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Panasonic LUMIX DMC-G1 Review

Review Summary
Reader Score: 7.38 (out of 10)
Hands-on Preview (Summary): "Panasonic's stated reasons for introducing Micro Four Thirds are simple; to produce smaller cameras that act more like compact DSCs whilst offering the quality and versatility of a DLSR - and in doing so to convert some of the millions of compact camera buyers who - according to research - are put off digital SLRs by the bulk, complexity and lack of user-friendliness. ...

Where the G1 - and Micro Four Thirds - has the edge is that there has never been a wider gap between the image quality offered by compact cameras and SLRs. By offering a camera that works and handles like a compact (Panasonic FZ users will feel right at home) but produces output a lot more like an SLR, Micro Four Thirds has carved out a potentially lucrative niche for itself in a market crying out for innovation.

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Other Reviews For This Model

Web Site Review Score Date Added Go To Review
Digital Camera Info 9.40  11-12-08 Read Full Review
Review (Summary): "Panasonic is first out of the gate with a product based on the Micro Four Thirds format, the intriguing Lumix G1. This 12-megapixel camera just started shipping, priced at $800 with a 14-45mm lens (equivalent to 28-90mm on a 35mm camera). It became clear a few months ago, when we shot with a pre-production G1 at the Photokina trade show, that Panasonic had indeed cleared the most important hurdle to making Micro Four Thirds work: the auto focus system is plenty fast enough for most shooting situations. ...

... Panasonic has delivered precisely what they promised with this model, and that's saying something for the first camera in a new format. On the other hand, $800 is a lot of money for a camera that by most measures performs on par with conventional SLRs, but certainly doesn't surpass them, and can't match the extensive array of lenses available in more established formats. ..."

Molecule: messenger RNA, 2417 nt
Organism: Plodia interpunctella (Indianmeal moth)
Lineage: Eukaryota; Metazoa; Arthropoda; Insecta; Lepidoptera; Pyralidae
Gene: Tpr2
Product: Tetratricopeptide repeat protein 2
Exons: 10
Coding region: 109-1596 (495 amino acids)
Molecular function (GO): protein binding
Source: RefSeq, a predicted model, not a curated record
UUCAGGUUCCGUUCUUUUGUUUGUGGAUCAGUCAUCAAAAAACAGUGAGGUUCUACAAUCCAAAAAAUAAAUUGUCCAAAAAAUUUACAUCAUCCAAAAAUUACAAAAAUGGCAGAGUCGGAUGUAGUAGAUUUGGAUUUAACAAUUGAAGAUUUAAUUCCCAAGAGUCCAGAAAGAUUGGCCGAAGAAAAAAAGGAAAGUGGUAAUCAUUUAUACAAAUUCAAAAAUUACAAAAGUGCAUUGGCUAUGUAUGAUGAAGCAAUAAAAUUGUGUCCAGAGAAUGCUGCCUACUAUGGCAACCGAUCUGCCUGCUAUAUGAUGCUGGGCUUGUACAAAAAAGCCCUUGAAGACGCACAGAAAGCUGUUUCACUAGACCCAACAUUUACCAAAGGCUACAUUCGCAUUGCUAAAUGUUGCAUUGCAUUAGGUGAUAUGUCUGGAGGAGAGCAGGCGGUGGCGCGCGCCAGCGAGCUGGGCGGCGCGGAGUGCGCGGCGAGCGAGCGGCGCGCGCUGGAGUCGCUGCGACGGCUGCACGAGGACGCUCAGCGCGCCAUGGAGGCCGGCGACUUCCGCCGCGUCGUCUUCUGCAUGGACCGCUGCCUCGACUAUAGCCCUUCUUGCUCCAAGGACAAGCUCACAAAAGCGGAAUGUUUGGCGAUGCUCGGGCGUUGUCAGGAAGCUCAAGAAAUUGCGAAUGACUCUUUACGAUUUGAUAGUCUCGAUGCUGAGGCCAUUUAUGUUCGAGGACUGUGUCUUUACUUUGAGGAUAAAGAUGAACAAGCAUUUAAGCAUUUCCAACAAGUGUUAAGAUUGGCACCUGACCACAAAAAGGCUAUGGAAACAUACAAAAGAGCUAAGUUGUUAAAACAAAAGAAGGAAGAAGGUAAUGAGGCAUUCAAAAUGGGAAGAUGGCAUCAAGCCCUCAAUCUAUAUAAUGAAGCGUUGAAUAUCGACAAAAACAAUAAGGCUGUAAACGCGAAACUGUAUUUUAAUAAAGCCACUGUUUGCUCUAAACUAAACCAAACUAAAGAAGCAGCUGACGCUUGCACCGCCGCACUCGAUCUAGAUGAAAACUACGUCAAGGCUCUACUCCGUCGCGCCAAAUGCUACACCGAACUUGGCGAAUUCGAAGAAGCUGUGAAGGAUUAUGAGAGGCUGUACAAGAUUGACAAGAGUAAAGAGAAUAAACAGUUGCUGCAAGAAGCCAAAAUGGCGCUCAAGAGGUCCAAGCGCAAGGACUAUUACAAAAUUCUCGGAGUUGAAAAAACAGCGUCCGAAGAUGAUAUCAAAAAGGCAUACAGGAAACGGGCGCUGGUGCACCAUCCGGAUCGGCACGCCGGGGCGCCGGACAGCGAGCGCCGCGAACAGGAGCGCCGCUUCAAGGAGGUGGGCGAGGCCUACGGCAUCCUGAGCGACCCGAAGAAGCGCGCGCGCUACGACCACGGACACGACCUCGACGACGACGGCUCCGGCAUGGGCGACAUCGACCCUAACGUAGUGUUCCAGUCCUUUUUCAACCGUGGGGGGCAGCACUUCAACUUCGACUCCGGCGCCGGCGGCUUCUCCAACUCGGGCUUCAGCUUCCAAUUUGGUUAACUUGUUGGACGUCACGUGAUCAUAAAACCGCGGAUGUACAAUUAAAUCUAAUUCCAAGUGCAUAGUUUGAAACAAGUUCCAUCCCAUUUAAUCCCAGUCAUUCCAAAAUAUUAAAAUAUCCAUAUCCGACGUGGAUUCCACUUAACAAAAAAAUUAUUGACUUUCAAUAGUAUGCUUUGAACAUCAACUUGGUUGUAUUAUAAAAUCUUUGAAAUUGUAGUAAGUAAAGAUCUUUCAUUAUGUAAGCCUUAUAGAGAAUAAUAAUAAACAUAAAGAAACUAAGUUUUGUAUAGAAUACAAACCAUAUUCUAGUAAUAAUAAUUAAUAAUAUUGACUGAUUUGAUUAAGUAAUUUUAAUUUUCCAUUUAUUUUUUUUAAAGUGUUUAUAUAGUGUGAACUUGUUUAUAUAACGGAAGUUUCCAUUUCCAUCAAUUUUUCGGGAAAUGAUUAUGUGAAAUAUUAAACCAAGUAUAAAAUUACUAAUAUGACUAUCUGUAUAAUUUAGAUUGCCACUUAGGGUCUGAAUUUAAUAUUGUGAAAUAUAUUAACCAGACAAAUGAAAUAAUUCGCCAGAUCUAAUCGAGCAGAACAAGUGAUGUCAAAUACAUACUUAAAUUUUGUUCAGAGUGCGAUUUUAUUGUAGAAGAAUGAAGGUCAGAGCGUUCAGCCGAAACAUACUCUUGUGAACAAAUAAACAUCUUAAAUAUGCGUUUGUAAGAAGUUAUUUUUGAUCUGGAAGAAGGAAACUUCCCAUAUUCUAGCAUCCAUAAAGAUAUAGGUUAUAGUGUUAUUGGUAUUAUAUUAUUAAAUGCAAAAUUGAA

Web Site Review Score Date Added Go To Review
DPReview 9.00  01-19-09 Read Full Review
Review (Summary): "... Panasonic's stated reasons for introducing Micro Four Thirds are simple; to produce smaller cameras that act more like compact DSCs whilst offering the quality and versatility of a DSLR - and in doing so to convert some of the millions of compact camera buyers who - according to research - are put off digital SLRs by the bulk. ...

By offering a camera that works and handles like a compact (Panasonic FZ users will feel right at home) but produces output a lot more like an SLR, Micro Four Thirds has carved out a potentially lucrative niche for itself in a market crying out for innovation. ..."

Web Site Review Score Date Added Go To Review
Imaging-Resource 8.75  11-13-08 Read Full Review
Review (Summary): "The new non-SLR digital camera uses an interchangeable lens design that fulfills the size promise of Micro Four Thirds, besting the current world's smallest digital SLR, and almost matching it for weight as well. In this compact body, the Panasonic G1 fits in a 12.1 megapixel image sensor, 60 frames-per-second electronic viewfinder with 800x600 gapless pixel resolution, a 3.0-inch tilt/swivel LCD display, and three frames-per-second shooting. ...

... Panasonic has hit on a good combination that makes us appreciate the original mission of Four Thirds, which was to produce smaller cameras and smaller optics while achieving higher optical quality. And they did it with style, giving the Panasonic G1 a soft, almost organic feeling, thanks to the rubber coating on most of the body. ..."

Web Site Review Score Date Added Go To Review
Trusted Reviews 8.75  01-22-09 Read Full Review
Review (Summary): "What Panasonic has done with the G1 is to re-think the insides of the camera. They've got rid of that bulky, heavy and noisy reflex mirror, and with it the optical viewfinder, and replaced it with a simple system like the insides of a digital compact, with an electronic viewfinder and live LCD monitor. However they've kept the large DSLR sensor; the G1 uses the same size Four Thirds sensor as the Olympus E-system and the L10 DSLR. ...

... Typically of Four-Thirds sensors, dynamic range could be a bit better, but shooting in Raw mode allows a lot of shadow detail to be recovered from high-contrast shots without introducing too much image noise. In fact the G1's noise handling is the most pleasant surprise. ..."

Web Site Review Score Date Added Go To Review
Luminous-Landscape 8.50  12-01-08 Read Full Review